The Treasury was accused of using motorists as "cash cows" after it admitted siphoning off more than #2 million raised by Midland speed cameras.

Ministers have insisted cameras are designed to save lives, and proceeds from fines are spent on maintenance and road safety schemes.

But figures obtained from the Department for Transport, under the Freedom of Information Act, show a fifth of all the money raised in the Midlands is simply added to the national revenue raised by general taxation.

Drivers in Warwickshire alone contributed #1.1 million to the Treasury last year. Out of #3 million collected in speeding fines in the county, only #1.9 million was spent on road safety.


Birmingham has "turned a corner" in its ability to lobby Government Ministers and top civil servants since the city council opened a full time London office, it was claimed.

Birmingham W1, a prestige address in Piccadilly, has for the first time enabled the local authority and business organisations effectively to influence movers and shakers in the corridors of power, according to council policy executive Tony Smith.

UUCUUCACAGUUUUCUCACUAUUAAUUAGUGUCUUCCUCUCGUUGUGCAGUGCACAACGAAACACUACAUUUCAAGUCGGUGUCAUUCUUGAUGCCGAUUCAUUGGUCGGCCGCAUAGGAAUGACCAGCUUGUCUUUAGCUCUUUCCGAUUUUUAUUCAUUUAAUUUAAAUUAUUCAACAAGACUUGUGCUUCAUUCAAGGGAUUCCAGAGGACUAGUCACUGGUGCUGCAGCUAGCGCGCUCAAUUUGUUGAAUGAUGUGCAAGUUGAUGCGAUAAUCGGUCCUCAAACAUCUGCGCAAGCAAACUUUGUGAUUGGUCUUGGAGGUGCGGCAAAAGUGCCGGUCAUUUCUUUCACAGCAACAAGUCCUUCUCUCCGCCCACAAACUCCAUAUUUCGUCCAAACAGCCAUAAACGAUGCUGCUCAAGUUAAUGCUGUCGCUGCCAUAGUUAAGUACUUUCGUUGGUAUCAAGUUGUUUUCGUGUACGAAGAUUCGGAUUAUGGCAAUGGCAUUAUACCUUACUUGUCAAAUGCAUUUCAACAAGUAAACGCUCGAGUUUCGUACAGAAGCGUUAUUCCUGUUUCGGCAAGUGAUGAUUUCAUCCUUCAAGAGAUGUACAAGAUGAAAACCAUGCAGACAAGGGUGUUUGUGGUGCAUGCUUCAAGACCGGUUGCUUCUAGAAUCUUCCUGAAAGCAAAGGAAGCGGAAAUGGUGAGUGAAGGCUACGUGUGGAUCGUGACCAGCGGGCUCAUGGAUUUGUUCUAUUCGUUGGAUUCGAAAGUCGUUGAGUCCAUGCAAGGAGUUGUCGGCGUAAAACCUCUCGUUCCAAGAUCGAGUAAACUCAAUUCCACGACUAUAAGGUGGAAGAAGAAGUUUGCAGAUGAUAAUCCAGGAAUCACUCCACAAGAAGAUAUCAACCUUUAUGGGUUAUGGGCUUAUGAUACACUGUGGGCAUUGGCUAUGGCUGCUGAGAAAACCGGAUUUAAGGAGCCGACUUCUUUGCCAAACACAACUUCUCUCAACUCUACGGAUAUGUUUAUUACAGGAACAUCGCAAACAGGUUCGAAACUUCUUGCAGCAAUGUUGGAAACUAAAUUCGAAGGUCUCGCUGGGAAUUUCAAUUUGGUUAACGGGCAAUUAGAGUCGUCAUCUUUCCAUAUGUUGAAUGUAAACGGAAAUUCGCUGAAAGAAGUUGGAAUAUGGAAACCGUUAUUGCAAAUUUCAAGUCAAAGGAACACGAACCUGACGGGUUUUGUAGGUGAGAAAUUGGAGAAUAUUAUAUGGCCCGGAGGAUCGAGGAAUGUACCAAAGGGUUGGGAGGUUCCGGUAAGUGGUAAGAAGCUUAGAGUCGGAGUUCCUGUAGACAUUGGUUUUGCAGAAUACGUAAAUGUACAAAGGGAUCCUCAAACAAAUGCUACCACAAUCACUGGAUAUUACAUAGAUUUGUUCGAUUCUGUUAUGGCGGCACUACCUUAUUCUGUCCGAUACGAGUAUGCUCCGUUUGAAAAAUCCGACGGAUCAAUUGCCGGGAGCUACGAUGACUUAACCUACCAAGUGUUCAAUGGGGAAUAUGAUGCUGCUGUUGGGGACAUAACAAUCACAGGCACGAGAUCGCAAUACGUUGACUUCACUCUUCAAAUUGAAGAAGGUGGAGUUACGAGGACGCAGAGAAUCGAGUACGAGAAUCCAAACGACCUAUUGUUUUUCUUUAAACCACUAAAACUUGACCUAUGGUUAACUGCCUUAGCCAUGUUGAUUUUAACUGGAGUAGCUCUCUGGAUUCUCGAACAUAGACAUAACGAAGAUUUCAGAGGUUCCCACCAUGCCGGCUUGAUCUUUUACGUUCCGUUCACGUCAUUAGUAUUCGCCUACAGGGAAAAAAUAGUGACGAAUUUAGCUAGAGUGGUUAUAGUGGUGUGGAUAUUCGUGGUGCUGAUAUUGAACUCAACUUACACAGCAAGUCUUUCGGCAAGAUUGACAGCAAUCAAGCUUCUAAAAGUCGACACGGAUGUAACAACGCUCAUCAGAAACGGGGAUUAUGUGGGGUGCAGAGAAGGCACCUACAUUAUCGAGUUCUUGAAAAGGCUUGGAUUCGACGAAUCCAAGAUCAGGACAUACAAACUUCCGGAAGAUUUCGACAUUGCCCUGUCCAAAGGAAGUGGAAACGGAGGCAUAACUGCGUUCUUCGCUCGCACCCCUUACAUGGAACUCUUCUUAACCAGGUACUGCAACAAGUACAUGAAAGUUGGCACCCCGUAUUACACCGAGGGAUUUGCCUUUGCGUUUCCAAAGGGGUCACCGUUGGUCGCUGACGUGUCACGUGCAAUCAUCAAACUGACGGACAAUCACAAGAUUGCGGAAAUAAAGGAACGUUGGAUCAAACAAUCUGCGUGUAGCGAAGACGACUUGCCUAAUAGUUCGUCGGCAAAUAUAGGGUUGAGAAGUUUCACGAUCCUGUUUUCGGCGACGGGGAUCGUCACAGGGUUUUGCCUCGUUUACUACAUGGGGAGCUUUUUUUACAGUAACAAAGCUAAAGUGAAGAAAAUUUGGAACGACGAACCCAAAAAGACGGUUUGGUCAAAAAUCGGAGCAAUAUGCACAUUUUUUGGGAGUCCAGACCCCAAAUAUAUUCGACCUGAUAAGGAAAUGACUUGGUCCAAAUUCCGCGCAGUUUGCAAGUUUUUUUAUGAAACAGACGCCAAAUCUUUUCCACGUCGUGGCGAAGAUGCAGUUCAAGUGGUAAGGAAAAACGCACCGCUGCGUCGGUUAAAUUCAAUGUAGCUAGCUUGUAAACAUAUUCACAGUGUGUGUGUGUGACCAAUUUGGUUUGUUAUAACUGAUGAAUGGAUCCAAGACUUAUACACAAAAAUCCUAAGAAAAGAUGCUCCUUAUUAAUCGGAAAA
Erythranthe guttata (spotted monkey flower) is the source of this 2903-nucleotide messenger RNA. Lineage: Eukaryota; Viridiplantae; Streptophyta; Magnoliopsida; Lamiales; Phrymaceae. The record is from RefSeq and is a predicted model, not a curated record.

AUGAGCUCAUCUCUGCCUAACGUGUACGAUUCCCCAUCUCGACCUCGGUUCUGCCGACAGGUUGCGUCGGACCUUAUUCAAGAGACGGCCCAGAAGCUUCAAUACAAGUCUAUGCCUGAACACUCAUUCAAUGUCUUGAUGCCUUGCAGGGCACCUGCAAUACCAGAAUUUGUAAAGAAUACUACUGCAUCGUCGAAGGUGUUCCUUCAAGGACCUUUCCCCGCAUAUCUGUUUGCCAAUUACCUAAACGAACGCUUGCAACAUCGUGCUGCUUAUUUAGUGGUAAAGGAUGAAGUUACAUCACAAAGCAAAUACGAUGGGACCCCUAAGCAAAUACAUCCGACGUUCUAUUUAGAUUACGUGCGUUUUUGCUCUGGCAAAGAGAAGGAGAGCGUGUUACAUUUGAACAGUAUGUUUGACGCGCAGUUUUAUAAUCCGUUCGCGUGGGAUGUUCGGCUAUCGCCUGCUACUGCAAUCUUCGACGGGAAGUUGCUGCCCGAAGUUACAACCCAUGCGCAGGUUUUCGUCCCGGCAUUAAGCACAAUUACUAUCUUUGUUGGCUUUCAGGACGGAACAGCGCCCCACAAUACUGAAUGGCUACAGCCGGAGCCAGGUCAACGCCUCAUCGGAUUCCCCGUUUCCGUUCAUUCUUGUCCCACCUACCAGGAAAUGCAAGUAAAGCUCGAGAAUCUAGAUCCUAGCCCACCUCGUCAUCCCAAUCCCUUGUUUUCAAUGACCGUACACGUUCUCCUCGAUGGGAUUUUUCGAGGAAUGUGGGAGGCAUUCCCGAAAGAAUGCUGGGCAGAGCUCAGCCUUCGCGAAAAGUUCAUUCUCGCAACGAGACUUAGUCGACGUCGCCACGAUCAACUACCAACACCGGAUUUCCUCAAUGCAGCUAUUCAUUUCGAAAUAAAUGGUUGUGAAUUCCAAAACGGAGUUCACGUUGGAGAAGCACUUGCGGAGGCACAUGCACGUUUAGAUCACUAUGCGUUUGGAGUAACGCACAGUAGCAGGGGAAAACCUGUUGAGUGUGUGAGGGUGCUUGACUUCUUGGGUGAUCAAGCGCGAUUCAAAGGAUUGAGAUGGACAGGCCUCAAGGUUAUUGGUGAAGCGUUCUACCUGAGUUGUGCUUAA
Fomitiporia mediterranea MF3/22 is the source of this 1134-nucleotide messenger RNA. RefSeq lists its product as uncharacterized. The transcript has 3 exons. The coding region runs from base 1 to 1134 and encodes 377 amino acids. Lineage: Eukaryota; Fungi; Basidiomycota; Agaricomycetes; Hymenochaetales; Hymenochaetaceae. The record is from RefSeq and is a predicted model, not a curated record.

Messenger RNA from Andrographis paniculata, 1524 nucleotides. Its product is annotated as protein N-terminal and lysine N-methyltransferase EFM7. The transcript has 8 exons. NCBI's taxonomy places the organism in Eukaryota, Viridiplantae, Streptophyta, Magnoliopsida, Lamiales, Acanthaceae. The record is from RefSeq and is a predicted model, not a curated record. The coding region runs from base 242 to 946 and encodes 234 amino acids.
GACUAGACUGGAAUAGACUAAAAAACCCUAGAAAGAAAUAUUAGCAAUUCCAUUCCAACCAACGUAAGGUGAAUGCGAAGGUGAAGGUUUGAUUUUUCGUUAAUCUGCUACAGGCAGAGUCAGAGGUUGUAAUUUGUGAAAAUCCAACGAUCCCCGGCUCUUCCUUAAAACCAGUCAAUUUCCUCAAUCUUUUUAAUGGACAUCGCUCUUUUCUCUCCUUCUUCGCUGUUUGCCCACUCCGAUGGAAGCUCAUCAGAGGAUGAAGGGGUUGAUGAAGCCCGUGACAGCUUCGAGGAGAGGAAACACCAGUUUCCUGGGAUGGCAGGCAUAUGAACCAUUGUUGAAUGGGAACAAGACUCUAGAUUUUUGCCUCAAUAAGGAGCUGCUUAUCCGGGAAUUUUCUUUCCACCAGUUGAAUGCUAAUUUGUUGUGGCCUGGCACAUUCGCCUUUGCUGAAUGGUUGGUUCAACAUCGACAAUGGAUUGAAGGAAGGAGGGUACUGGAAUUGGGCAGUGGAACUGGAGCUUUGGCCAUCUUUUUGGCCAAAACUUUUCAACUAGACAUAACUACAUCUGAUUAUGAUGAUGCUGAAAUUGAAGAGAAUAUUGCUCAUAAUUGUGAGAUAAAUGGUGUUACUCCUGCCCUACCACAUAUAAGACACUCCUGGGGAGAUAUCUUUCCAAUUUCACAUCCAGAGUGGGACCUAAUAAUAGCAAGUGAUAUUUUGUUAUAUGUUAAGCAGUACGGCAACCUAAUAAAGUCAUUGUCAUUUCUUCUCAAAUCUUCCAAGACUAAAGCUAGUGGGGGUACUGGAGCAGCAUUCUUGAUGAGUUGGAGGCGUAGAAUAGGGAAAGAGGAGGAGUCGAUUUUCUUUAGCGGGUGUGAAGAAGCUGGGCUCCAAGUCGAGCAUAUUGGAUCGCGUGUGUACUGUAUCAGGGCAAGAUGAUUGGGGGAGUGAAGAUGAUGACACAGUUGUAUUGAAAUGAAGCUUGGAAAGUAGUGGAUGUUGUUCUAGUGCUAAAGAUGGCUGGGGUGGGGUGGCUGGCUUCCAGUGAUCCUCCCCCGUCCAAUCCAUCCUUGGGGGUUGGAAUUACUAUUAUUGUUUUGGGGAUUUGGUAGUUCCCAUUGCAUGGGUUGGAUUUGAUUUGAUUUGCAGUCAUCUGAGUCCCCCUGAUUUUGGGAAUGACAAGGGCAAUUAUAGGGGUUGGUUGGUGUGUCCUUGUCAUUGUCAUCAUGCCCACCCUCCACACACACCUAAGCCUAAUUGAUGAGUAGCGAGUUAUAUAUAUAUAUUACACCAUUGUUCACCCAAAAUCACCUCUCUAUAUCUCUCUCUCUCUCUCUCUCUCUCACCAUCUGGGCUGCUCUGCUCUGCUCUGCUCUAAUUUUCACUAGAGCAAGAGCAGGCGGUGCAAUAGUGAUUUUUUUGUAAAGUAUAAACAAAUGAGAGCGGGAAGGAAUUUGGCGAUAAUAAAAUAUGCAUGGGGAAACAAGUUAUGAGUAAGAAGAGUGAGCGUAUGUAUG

Mr Smith, who divides his working week between Birmingham and the London office, said it was important to present a coherent and well-argued case to Government on key issues such as the rebuilding of New Street Station and the relocation of civil service departments from London.

This could not be done properly without a base in the capital.


When doctors told a Solihull couple their son would "always be different" they refused to give up hope. Health Reporter Emma Brady hears how the Sherlock family helped their son combat autism.


A single mother who nursed her toddler daughter through life-threatening meningitis has been honoured for her outstanding parenting skills.

Georgette Mullen was just two years-old when she lost her right hand and toes, suffered damaged fingers and was left with a bone-wasting disease.

Her mother Vickie, of Redditch, Worcestershire, nursed her daughter through those traumas and again last year when Georgette, now 13, had 32 pins put in her legs to straighten her bones.

Her 45 year-old mother had to turn the pins as her daughter screamed out in pain.

"I'd cry in the loo, then go back and force a smile," said Vickie.

Georgette, who now plays football and basketball at county level, nominated her mother for the That's Life magazine Single Mum/Dad of the Year Awards.

More on these stories in Thursday's Birmingham Post